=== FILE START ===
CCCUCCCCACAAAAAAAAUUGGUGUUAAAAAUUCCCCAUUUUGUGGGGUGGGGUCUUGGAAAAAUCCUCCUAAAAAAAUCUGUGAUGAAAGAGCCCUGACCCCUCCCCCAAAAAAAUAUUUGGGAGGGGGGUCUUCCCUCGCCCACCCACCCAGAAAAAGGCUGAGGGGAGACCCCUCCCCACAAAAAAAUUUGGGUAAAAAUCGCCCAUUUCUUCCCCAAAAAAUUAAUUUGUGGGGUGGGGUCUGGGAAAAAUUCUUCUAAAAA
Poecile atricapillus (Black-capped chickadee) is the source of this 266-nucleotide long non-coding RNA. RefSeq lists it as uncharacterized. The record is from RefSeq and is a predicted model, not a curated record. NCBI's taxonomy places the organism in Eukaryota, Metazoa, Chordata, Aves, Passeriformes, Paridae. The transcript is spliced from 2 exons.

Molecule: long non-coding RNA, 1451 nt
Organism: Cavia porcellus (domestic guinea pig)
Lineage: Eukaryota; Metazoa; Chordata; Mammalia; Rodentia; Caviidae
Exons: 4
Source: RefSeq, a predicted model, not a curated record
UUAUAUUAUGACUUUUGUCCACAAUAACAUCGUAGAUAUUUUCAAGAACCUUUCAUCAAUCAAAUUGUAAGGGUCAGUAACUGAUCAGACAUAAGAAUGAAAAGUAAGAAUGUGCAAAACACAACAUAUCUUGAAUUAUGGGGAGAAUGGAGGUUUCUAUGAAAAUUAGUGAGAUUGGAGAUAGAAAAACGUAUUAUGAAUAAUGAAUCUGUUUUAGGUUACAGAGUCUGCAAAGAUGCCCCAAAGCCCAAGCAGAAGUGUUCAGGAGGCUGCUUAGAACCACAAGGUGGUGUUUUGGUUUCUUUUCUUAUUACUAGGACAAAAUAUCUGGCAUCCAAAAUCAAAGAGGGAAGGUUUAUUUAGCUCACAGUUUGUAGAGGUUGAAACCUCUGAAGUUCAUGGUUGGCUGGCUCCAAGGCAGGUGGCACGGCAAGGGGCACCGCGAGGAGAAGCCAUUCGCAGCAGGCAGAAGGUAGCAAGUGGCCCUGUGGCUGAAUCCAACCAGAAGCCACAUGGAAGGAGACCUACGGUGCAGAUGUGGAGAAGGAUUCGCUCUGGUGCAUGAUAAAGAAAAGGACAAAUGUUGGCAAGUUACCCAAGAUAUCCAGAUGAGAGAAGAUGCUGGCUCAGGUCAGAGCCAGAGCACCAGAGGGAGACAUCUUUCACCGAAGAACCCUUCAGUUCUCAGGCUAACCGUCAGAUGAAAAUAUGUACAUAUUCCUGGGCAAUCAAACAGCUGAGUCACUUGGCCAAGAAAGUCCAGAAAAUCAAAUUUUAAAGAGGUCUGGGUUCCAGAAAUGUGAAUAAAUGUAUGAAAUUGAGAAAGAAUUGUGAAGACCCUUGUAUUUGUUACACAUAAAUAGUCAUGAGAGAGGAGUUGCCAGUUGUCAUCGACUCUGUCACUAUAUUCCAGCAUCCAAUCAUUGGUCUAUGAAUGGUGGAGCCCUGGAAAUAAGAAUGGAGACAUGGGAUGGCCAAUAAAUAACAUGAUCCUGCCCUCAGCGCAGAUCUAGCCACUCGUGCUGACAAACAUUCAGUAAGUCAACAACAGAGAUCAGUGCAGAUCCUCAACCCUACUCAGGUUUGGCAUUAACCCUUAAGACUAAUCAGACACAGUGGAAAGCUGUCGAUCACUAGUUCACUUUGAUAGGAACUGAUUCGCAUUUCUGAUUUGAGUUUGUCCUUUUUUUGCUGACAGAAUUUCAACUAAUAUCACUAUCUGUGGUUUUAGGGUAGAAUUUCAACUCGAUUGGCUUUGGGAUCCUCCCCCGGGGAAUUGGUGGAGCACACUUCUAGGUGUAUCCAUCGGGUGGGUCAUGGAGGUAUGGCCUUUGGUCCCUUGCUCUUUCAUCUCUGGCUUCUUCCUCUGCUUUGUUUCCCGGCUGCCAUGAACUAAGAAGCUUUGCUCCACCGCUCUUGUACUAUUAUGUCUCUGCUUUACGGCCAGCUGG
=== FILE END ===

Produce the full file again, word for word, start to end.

CCCUCCCCACAAAAAAAAUUGGUGUUAAAAAUUCCCCAUUUUGUGGGGUGGGGUCUUGGAAAAAUCCUCCUAAAAAAAUCUGUGAUGAAAGAGCCCUGACCCCUCCCCCAAAAAAAUAUUUGGGAGGGGGGUCUUCCCUCGCCCACCCACCCAGAAAAAGGCUGAGGGGAGACCCCUCCCCACAAAAAAAUUUGGGUAAAAAUCGCCCAUUUCUUCCCCAAAAAAUUAAUUUGUGGGGUGGGGUCUGGGAAAAAUUCUUCUAAAAA
Poecile atricapillus (Black-capped chickadee) is the source of this 266-nucleotide long non-coding RNA. RefSeq lists it as uncharacterized. The record is from RefSeq and is a predicted model, not a curated record. NCBI's taxonomy places the organism in Eukaryota, Metazoa, Chordata, Aves, Passeriformes, Paridae. The transcript is spliced from 2 exons.

Molecule: long non-coding RNA, 1451 nt
Organism: Cavia porcellus (domestic guinea pig)
Lineage: Eukaryota; Metazoa; Chordata; Mammalia; Rodentia; Caviidae
Exons: 4
Source: RefSeq, a predicted model, not a curated record
UUAUAUUAUGACUUUUGUCCACAAUAACAUCGUAGAUAUUUUCAAGAACCUUUCAUCAAUCAAAUUGUAAGGGUCAGUAACUGAUCAGACAUAAGAAUGAAAAGUAAGAAUGUGCAAAACACAACAUAUCUUGAAUUAUGGGGAGAAUGGAGGUUUCUAUGAAAAUUAGUGAGAUUGGAGAUAGAAAAACGUAUUAUGAAUAAUGAAUCUGUUUUAGGUUACAGAGUCUGCAAAGAUGCCCCAAAGCCCAAGCAGAAGUGUUCAGGAGGCUGCUUAGAACCACAAGGUGGUGUUUUGGUUUCUUUUCUUAUUACUAGGACAAAAUAUCUGGCAUCCAAAAUCAAAGAGGGAAGGUUUAUUUAGCUCACAGUUUGUAGAGGUUGAAACCUCUGAAGUUCAUGGUUGGCUGGCUCCAAGGCAGGUGGCACGGCAAGGGGCACCGCGAGGAGAAGCCAUUCGCAGCAGGCAGAAGGUAGCAAGUGGCCCUGUGGCUGAAUCCAACCAGAAGCCACAUGGAAGGAGACCUACGGUGCAGAUGUGGAGAAGGAUUCGCUCUGGUGCAUGAUAAAGAAAAGGACAAAUGUUGGCAAGUUACCCAAGAUAUCCAGAUGAGAGAAGAUGCUGGCUCAGGUCAGAGCCAGAGCACCAGAGGGAGACAUCUUUCACCGAAGAACCCUUCAGUUCUCAGGCUAACCGUCAGAUGAAAAUAUGUACAUAUUCCUGGGCAAUCAAACAGCUGAGUCACUUGGCCAAGAAAGUCCAGAAAAUCAAAUUUUAAAGAGGUCUGGGUUCCAGAAAUGUGAAUAAAUGUAUGAAAUUGAGAAAGAAUUGUGAAGACCCUUGUAUUUGUUACACAUAAAUAGUCAUGAGAGAGGAGUUGCCAGUUGUCAUCGACUCUGUCACUAUAUUCCAGCAUCCAAUCAUUGGUCUAUGAAUGGUGGAGCCCUGGAAAUAAGAAUGGAGACAUGGGAUGGCCAAUAAAUAACAUGAUCCUGCCCUCAGCGCAGAUCUAGCCACUCGUGCUGACAAACAUUCAGUAAGUCAACAACAGAGAUCAGUGCAGAUCCUCAACCCUACUCAGGUUUGGCAUUAACCCUUAAGACUAAUCAGACACAGUGGAAAGCUGUCGAUCACUAGUUCACUUUGAUAGGAACUGAUUCGCAUUUCUGAUUUGAGUUUGUCCUUUUUUUGCUGACAGAAUUUCAACUAAUAUCACUAUCUGUGGUUUUAGGGUAGAAUUUCAACUCGAUUGGCUUUGGGAUCCUCCCCCGGGGAAUUGGUGGAGCACACUUCUAGGUGUAUCCAUCGGGUGGGUCAUGGAGGUAUGGCCUUUGGUCCCUUGCUCUUUCAUCUCUGGCUUCUUCCUCUGCUUUGUUUCCCGGCUGCCAUGAACUAAGAAGCUUUGCUCCACCGCUCUUGUACUAUUAUGUCUCUGCUUUACGGCCAGCUGG